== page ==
Week 38 of 2016 shows same week total rail traffic (from same week one year ago) contracted according to the Association of American Railroads (AAR) traffic data. However, the data was mixed compared to last week.
Analyst Opinion of the Rail Data
We review this data set to understand the economy. If coal and grain are removed from the analysis, rail has recently been declining around 5% - but this week was -4.6%. Under normal circumstances one should consider this recessionary as trucking tonnages are down also. This also correlates to the contraction in manufacturing and the wholesale sectors - so rail is not an outlier.
It does appear that the downward slide in the one year rolling averages will pause shortly as the rate of increase in the rate of decline is becoming smaller.
The contraction in rail counts began over one year ago, and now rail movements are being compared against weaker 2015 data - and this is the cause periodic acceleration in the short term rolling averages. Still, rail is weak to very week compared to previous years.
This analysis is looking for clues in the rail data to show the direction of economic activity - and is not necessarily looking for clues of profitability of the railroads. The weekly data is fairly noisy, and the best way to view it is to look at the rolling averages (carloads and intermodal combined).
Percent current rolling average is larger than the rolling average of one year ago
Current quantities accelerating or decelerating
Current rolling average accelerating or decelerating compared to the rolling average one year ago
4 week rolling average
13 week rolling average
52 week rolling average
A summary of the data from the AAR:
The Association of American Railroads (AAR) today reported U.S. rail traffic for the week ending September 24, 2016.
For this week, total U.S. weekly rail traffic was 539,609 carloads and intermodal units, down 4.8 percent compared with the same week last year.
Total carloads for the week ending September 24 were 268,524 carloads, down 6.1 percent compared with the same week in 2015, while U.S. weekly intermodal volume was 271,085 containers and trailers, down 3.5 percent compared to 2015.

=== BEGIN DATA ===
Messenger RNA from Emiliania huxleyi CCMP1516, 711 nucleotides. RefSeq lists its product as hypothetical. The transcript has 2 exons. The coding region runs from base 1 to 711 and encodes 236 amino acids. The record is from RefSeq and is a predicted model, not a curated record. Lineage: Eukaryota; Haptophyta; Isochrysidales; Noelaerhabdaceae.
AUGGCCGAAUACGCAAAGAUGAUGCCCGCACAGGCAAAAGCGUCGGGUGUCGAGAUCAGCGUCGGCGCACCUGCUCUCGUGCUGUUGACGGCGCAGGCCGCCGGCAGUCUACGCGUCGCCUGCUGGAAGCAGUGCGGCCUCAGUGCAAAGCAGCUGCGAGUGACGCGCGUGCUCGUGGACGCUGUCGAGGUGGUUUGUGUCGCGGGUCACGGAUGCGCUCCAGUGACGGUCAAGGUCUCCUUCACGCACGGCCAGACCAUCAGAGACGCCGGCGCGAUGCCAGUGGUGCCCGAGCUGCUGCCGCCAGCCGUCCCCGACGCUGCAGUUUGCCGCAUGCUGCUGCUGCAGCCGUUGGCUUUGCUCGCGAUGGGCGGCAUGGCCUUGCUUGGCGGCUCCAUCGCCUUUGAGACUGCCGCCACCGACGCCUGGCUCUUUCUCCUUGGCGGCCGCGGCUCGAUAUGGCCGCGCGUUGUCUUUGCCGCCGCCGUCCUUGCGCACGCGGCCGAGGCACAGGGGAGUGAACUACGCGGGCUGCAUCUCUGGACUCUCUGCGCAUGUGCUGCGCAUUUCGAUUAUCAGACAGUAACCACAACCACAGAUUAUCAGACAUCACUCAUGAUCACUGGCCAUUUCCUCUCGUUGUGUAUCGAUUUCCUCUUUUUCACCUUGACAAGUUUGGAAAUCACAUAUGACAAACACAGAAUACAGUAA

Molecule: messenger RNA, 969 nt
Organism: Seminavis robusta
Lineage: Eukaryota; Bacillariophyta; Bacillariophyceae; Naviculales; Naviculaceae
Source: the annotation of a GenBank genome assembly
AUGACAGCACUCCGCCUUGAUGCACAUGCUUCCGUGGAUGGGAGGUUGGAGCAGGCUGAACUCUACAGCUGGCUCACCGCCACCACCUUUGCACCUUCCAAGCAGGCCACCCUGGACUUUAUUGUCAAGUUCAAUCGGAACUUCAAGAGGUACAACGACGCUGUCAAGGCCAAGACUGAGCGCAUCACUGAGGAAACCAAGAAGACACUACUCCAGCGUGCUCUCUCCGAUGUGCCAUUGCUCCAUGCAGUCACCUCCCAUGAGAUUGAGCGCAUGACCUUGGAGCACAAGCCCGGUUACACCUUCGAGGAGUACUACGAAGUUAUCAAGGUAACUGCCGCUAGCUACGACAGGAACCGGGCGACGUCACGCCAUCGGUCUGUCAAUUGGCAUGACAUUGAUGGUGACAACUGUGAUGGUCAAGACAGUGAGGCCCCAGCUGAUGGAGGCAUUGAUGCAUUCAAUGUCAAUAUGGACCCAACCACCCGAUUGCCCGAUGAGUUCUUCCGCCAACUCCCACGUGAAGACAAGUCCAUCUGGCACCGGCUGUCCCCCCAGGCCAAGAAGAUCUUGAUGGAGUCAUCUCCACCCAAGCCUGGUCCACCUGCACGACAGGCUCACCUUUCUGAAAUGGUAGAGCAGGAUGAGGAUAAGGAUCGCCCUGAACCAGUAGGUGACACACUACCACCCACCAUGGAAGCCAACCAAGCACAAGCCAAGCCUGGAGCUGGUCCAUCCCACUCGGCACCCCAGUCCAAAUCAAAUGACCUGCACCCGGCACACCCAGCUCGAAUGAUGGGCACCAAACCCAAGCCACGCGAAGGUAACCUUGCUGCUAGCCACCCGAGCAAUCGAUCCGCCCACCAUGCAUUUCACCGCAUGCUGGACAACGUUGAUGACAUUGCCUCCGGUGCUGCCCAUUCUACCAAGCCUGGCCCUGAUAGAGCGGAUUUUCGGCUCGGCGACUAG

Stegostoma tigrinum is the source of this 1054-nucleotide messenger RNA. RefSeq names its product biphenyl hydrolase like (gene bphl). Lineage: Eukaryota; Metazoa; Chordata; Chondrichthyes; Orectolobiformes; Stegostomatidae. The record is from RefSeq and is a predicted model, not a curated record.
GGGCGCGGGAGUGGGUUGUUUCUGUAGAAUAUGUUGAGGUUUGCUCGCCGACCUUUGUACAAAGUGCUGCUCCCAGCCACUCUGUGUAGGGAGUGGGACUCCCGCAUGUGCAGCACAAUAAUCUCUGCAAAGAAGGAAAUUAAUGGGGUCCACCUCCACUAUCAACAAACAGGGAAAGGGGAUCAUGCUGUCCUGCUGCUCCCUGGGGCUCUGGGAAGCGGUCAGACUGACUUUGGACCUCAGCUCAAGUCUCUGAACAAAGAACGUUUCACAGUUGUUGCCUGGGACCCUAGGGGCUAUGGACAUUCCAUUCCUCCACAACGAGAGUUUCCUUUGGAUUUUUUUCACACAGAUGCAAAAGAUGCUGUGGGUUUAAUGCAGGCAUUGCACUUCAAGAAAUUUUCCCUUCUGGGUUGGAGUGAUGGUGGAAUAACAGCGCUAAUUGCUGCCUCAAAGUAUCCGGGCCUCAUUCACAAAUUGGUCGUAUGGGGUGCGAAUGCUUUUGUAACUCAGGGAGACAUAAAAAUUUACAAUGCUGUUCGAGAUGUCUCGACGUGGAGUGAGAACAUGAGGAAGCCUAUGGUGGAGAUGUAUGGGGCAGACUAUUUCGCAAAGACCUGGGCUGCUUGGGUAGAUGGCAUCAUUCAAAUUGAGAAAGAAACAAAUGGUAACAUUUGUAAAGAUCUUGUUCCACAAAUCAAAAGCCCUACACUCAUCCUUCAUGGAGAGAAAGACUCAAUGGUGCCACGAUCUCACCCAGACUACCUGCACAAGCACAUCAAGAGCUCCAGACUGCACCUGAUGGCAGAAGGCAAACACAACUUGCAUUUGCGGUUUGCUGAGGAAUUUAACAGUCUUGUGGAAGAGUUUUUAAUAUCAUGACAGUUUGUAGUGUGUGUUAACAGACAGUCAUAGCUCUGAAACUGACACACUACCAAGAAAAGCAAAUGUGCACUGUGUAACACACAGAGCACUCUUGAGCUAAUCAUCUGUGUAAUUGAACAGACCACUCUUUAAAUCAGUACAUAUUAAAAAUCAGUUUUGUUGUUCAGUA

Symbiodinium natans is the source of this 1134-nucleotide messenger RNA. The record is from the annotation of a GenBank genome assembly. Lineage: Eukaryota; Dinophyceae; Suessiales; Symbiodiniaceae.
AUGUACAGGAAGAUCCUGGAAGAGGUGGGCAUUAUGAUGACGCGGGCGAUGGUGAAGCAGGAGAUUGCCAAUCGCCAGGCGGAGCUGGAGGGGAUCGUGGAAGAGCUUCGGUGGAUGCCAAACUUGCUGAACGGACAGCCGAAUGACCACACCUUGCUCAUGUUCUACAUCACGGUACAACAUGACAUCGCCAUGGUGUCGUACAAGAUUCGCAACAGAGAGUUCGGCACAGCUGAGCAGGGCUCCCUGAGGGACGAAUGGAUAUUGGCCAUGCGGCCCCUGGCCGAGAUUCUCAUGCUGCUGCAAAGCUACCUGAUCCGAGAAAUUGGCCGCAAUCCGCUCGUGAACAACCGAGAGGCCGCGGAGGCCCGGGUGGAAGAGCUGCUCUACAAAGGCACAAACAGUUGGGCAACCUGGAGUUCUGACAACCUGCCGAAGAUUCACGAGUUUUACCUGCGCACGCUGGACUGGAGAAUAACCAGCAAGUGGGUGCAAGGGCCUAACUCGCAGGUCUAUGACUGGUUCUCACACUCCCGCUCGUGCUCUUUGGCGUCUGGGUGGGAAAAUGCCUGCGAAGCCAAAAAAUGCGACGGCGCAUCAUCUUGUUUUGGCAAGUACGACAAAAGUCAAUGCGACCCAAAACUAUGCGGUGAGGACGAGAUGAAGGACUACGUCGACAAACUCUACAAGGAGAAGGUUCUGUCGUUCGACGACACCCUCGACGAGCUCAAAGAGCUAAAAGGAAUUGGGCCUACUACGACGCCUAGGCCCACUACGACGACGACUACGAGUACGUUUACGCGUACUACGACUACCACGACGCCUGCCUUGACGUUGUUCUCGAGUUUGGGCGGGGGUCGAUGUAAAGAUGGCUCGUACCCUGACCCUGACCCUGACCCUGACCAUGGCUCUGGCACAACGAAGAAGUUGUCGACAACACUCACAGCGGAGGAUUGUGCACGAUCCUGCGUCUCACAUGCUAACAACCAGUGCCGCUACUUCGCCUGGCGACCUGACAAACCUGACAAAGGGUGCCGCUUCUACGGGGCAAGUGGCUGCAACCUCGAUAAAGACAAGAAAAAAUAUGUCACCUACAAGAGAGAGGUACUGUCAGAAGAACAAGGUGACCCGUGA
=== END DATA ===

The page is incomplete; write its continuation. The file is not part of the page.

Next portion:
Four of the 10 carload commodity groups posted an increase compared with the same week in 2015. They included grain, up 13.4 percent to 25,129 carloads; miscellaneous carloads, up 3.6 percent to 10,488 carloads; and chemicals, up 2.3 percent to 30,194 carloads. Commodity groups that posted decreases compared with the same week in 2015 included petroleum and petroleum products, down 20.2 percent to 10,379 carloads; coal, down 13.9 percent to 87,486 carloads; and forest products, down 13.2 percent to 9,928 carloads.
For the first 38 weeks of 2016, U.S. railroads reported cumulative volume of 9,460,059 carloads, down 10.7 percent from the same point last year; and 9,811,598 intermodal units, down 3.2 percent from last year. Total combined U.S. traffic for the first 38 weeks of 2016 was 19,271,657 carloads and intermodal units, a decrease of 7 percent compared to last year.
Coal is over 1/3 of the total railcar count, and this week the EIA says coal production is 11.8 % lower than the production estimate in the comparable week in 2015.
The middle row in the table below removes coal and grain from the changes in the railcar counts as neither of these commodities is economically intuitive.
This week Year-over-Year
Ignoring coal and grain
Year Cumulative to Date
[click on graph below to enlarge]
Current Rail Chart:
For the week ended September 24, 2016
Estimated U.S. coal production totaled approximately 15.7 million short tons (mmst)
This production estimate is 2.3% lower than last week's estimate and 11.8% lower than the production estimate in the comparable week in 2015
East of the Mississippi River coal production totaled 5.9 mmst
West of the Mississippi River coal production totaled 9.8 mmst
U.S. year-to-date coal production totaled 523.8 mmst, 22.3% lower than the comparable year-to-date coal production in 2015
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